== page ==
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Are you compromised?

September 14, 2018  |  Posted By: Larry Steinberg

It’s important to acknowledge that a core competency for hackers is hiding their tracks and maintaining dormancy for long periods of time after they’ve infiltrated an environment. They also could be utilizing exploits which you have not protected against - so given all of this potential how do you know that you are not currently compromised by the bad guys? Hackers are great hidden operators and have many ‘customers’ to prey on. They will focus on a customer or two at a time and then shut down activities to move on to another unsuspecting victim. It’s in their best interest to keep their profile low and you might not know that they are operating (or waiting) in your environment and have access to your key resources.

Most international hackers are well organized, well educated, and have development skills that most engineering managers would admire if not for the malevolent subject matter. Rarely are these hacks performed by bots, most occur by humans setting up a chain of software elements across unsuspecting entities enabling inbound and outbound access. 

What can you do? Well to start, don’t get complacent with your security, even if you have never been compromised or have been and eradicated what you know, you’ll never know for sure if you are currently compromised. As a practice, it’s best to always assume that you are and be looking for this evidence as well as identifying ways to keep them out. Hacking is dynamic and threats are constantly evolving.

There are standard practices of good security habits to follow - the NIST Cybersecurity Framework and OWASP Top 10. Further, for your highest value environments here are some questions that you should consider: would you know if these systems had configuration changes? Would you be aware of unexpected processes running? If you have interesting information in your operating or IT environment and the bad guys get in, it’s of no value unless they get that information back out of the environment; where is your traffic going? Can you model expected outbound traffic and monitor this? The answer should be yes. Then you can look for abnormalities and even correlate this traffic with other activities in your environment.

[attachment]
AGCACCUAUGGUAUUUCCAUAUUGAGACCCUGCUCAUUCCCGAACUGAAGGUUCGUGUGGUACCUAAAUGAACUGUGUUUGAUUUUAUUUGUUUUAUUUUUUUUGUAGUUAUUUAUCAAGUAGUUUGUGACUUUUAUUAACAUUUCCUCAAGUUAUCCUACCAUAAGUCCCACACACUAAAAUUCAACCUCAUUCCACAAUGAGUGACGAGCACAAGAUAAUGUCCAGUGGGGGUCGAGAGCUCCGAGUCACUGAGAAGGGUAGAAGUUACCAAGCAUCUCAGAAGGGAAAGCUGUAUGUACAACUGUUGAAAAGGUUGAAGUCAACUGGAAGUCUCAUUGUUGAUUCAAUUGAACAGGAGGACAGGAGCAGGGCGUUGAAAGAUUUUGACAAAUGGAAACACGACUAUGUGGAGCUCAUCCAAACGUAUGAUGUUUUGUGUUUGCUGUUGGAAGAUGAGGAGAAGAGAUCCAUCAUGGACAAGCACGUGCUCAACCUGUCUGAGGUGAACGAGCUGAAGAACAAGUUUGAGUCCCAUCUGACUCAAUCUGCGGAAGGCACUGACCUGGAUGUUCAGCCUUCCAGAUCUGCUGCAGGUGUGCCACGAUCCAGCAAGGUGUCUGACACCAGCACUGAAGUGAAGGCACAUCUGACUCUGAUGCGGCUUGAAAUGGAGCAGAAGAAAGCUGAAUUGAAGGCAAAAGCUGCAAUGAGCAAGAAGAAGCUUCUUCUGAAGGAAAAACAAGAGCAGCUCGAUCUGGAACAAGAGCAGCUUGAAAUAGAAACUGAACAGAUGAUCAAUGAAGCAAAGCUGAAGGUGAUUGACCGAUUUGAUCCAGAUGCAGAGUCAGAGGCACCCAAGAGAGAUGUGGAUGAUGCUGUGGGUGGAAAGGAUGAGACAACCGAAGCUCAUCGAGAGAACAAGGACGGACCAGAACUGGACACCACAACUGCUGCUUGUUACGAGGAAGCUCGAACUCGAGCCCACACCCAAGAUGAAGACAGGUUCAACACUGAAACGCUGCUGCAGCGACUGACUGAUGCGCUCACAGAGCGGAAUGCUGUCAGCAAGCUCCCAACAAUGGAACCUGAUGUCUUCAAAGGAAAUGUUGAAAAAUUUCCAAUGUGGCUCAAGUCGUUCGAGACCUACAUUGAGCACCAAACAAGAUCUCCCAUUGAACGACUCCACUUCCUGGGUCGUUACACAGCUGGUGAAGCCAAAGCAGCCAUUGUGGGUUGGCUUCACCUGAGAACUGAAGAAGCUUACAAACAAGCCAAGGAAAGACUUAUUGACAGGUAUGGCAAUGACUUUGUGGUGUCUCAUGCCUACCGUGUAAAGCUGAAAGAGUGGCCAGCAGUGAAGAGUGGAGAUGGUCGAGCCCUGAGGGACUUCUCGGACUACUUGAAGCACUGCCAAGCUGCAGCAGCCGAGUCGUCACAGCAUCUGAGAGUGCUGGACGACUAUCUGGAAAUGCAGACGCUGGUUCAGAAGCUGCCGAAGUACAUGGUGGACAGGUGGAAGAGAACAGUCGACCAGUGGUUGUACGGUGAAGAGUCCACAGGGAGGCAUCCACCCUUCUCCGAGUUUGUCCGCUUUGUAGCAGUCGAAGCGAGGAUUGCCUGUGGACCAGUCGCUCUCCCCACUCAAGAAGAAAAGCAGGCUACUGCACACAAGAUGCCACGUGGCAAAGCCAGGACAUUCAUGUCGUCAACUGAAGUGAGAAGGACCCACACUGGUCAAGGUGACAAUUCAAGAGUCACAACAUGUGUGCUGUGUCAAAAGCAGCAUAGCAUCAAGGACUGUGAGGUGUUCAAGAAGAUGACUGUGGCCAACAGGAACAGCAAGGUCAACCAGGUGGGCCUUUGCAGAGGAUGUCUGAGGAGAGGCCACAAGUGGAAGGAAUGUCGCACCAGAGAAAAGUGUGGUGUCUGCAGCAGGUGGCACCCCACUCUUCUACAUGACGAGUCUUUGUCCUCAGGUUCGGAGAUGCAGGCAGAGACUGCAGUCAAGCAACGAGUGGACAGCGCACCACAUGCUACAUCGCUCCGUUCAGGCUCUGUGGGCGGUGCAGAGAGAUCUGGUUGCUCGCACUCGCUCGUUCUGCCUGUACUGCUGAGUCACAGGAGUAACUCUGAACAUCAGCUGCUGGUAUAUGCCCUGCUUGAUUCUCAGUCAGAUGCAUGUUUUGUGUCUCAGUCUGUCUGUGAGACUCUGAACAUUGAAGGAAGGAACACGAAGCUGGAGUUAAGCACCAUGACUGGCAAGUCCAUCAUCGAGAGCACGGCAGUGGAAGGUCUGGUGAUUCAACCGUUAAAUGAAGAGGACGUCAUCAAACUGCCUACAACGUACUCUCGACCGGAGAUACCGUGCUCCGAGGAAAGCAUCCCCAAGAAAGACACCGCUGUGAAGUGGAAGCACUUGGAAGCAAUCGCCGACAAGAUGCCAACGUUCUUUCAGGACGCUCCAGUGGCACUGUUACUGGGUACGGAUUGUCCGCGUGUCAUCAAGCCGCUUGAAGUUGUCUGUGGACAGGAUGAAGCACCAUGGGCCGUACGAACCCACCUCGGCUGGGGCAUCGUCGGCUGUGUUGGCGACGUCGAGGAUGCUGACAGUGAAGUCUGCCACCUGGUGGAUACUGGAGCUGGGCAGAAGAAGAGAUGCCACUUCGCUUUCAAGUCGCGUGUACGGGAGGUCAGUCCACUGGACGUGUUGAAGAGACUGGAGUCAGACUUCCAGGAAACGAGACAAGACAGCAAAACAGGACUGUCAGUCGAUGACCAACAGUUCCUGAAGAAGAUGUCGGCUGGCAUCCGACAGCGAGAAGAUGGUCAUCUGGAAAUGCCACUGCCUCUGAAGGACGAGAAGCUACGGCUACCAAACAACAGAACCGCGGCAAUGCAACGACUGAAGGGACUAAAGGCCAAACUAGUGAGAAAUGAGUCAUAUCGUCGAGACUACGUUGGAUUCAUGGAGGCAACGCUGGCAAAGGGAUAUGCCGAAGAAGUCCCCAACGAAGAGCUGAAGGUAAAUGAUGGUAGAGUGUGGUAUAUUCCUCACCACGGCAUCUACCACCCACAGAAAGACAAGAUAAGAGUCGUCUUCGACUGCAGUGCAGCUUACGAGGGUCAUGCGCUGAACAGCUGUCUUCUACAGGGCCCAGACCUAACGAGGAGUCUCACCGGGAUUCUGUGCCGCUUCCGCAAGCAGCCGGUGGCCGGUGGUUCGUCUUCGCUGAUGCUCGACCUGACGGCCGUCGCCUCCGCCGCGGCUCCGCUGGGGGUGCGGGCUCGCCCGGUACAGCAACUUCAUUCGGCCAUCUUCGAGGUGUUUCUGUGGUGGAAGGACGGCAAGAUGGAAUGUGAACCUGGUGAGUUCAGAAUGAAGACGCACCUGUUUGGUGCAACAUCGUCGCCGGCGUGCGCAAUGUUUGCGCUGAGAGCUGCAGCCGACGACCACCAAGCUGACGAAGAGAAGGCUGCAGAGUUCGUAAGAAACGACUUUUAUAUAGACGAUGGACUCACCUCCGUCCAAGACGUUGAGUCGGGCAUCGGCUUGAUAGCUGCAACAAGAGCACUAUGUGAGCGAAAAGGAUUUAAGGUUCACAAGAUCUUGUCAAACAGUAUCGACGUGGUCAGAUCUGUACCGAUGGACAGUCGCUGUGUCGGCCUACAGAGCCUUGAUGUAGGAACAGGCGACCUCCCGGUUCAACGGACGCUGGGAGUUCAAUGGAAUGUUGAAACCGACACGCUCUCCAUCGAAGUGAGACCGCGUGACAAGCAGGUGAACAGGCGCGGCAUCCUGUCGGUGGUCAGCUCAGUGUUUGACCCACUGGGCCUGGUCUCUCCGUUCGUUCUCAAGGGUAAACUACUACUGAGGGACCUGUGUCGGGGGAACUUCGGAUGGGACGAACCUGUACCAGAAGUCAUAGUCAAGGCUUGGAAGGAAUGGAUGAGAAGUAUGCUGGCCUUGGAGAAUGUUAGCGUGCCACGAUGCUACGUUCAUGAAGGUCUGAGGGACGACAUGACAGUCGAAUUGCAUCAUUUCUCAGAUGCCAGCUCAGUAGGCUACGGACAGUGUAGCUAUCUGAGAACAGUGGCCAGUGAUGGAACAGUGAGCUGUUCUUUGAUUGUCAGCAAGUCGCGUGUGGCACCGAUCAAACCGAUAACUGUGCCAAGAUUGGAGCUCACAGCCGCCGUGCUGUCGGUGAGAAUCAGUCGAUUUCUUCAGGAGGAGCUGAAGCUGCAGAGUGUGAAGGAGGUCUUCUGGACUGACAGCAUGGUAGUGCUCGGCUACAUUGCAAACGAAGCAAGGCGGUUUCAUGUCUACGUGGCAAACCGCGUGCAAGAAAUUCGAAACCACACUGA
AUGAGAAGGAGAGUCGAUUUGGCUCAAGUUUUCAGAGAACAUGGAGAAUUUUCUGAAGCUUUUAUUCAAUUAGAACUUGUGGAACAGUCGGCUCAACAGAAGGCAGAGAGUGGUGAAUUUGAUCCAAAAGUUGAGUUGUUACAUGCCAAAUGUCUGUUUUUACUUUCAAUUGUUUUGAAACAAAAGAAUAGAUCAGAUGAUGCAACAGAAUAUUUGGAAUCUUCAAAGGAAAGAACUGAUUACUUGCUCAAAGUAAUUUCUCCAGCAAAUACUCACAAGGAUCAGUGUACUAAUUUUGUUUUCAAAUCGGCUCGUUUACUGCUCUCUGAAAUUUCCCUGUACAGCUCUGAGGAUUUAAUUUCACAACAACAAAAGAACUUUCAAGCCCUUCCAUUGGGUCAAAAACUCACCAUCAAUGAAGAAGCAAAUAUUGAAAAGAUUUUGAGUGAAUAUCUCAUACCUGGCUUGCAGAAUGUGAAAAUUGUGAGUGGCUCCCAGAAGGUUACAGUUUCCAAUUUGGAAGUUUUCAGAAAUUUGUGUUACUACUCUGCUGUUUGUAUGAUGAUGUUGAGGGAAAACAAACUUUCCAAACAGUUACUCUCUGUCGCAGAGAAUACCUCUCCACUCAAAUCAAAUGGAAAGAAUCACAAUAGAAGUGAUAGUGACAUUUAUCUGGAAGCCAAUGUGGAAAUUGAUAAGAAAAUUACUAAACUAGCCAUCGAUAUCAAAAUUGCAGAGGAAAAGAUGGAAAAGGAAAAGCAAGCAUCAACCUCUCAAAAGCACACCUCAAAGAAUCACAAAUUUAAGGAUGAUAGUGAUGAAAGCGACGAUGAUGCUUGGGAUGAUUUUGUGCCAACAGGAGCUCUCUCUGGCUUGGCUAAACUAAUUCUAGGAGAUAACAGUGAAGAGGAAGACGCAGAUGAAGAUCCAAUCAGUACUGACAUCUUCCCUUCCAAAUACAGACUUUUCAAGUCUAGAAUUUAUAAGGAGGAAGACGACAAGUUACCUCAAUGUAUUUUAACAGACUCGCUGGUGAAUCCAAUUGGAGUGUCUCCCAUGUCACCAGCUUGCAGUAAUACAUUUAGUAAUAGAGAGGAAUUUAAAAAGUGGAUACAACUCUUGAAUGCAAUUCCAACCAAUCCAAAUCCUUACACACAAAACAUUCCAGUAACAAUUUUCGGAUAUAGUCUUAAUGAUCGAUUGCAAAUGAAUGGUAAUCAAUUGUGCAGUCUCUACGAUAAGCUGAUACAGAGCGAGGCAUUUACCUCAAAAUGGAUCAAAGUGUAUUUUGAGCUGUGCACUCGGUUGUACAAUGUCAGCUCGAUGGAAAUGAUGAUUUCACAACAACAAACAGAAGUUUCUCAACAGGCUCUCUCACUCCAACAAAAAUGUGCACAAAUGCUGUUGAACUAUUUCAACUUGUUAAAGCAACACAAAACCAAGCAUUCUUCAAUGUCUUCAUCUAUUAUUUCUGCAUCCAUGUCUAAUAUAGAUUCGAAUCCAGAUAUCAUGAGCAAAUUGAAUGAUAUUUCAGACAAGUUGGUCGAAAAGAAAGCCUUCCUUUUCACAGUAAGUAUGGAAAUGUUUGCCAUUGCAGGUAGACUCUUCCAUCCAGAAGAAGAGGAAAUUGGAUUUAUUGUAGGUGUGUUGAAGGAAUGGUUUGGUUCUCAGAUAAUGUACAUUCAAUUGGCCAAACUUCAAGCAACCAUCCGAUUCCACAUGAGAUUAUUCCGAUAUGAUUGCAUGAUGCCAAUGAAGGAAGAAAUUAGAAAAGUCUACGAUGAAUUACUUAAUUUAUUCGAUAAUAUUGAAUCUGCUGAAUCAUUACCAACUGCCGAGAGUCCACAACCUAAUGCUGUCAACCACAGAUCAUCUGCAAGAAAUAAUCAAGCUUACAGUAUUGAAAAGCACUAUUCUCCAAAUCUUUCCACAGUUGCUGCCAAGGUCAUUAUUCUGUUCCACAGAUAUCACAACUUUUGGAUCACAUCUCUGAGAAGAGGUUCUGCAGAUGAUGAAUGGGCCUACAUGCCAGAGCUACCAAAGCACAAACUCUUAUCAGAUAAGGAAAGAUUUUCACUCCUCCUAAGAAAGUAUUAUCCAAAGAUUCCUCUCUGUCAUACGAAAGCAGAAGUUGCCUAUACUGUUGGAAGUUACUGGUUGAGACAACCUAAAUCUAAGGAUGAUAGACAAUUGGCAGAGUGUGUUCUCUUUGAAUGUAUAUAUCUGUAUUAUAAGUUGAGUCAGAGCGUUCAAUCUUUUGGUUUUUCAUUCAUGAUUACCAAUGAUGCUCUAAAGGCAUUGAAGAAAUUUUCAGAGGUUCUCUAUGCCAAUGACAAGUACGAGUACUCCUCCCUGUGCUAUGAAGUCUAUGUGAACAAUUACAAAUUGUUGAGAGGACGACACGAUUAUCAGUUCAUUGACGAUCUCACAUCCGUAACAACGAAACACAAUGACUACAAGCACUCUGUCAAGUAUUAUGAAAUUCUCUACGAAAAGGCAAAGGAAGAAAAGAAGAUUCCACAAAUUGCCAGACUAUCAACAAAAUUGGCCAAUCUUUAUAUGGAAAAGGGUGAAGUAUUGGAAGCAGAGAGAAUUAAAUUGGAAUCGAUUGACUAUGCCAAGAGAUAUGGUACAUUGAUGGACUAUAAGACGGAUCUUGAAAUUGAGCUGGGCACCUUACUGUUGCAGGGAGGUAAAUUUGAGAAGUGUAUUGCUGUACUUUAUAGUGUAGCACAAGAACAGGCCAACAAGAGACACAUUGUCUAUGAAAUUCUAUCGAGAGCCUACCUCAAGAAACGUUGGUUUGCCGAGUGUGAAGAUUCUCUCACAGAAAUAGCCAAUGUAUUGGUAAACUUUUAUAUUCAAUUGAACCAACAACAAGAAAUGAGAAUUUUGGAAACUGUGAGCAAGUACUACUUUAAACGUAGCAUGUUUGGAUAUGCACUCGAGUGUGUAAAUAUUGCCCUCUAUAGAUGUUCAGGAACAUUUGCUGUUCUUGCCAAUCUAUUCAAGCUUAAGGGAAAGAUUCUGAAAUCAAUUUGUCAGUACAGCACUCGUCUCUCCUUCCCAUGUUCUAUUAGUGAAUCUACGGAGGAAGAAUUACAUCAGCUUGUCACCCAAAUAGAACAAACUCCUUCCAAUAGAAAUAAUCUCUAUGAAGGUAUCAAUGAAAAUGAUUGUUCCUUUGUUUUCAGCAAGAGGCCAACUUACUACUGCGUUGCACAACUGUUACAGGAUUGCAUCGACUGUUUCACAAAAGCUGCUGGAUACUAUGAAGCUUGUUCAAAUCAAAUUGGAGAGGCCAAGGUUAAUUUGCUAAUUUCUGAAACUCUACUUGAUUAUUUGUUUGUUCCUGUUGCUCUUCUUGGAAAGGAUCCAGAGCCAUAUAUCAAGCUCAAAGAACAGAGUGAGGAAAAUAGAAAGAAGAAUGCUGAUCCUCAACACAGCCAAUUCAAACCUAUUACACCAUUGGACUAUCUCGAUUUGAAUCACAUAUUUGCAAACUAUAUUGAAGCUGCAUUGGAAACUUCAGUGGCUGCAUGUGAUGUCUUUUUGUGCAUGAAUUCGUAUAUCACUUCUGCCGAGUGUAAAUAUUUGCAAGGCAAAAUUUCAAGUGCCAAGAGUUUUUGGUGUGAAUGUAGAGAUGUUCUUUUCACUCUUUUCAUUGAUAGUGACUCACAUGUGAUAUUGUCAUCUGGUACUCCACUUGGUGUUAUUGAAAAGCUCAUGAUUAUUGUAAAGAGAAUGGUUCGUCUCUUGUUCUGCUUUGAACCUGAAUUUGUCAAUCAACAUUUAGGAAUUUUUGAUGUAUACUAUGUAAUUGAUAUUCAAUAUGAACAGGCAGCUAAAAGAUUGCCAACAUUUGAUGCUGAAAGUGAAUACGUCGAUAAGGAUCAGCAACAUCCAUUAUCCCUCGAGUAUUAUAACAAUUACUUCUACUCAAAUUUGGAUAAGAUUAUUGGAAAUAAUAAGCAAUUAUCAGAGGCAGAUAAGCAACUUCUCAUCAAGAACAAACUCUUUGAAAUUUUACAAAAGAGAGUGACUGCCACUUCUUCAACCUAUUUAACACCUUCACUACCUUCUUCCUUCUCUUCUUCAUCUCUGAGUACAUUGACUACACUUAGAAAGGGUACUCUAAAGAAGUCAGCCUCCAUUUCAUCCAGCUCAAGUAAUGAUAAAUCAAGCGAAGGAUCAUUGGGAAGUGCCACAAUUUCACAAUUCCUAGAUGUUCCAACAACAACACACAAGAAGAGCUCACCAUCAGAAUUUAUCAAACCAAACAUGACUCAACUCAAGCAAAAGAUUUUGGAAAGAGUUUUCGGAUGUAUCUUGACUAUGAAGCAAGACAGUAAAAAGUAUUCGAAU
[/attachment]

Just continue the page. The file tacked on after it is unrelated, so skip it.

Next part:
Just as you and your business are constantly evolving to service your customers and to attract new ones, the bad guys are evolving their practices too. Some of their approaches are rudimentary because we allow it but when we buckle down they have to get more innovative. Ensure that you are constantly identifying all the entry points and close them. Then remain diligent to new approaches they might take. 

Don’t forget the most common attack vector - humans. Continue evolving your training and keep the awareness high within your staff - technical and non-technical alike.

Your default mental model should be that you don’t know what you don’t know. Utilize best practices for security and continue to evolve. Utilize external or build internal expertise in the security space and ensure that those skills are dynamic and expanding. Utilize recurring testing practices to identify vulnerabilities in your environment and to prepare against emerging attack patterns. 

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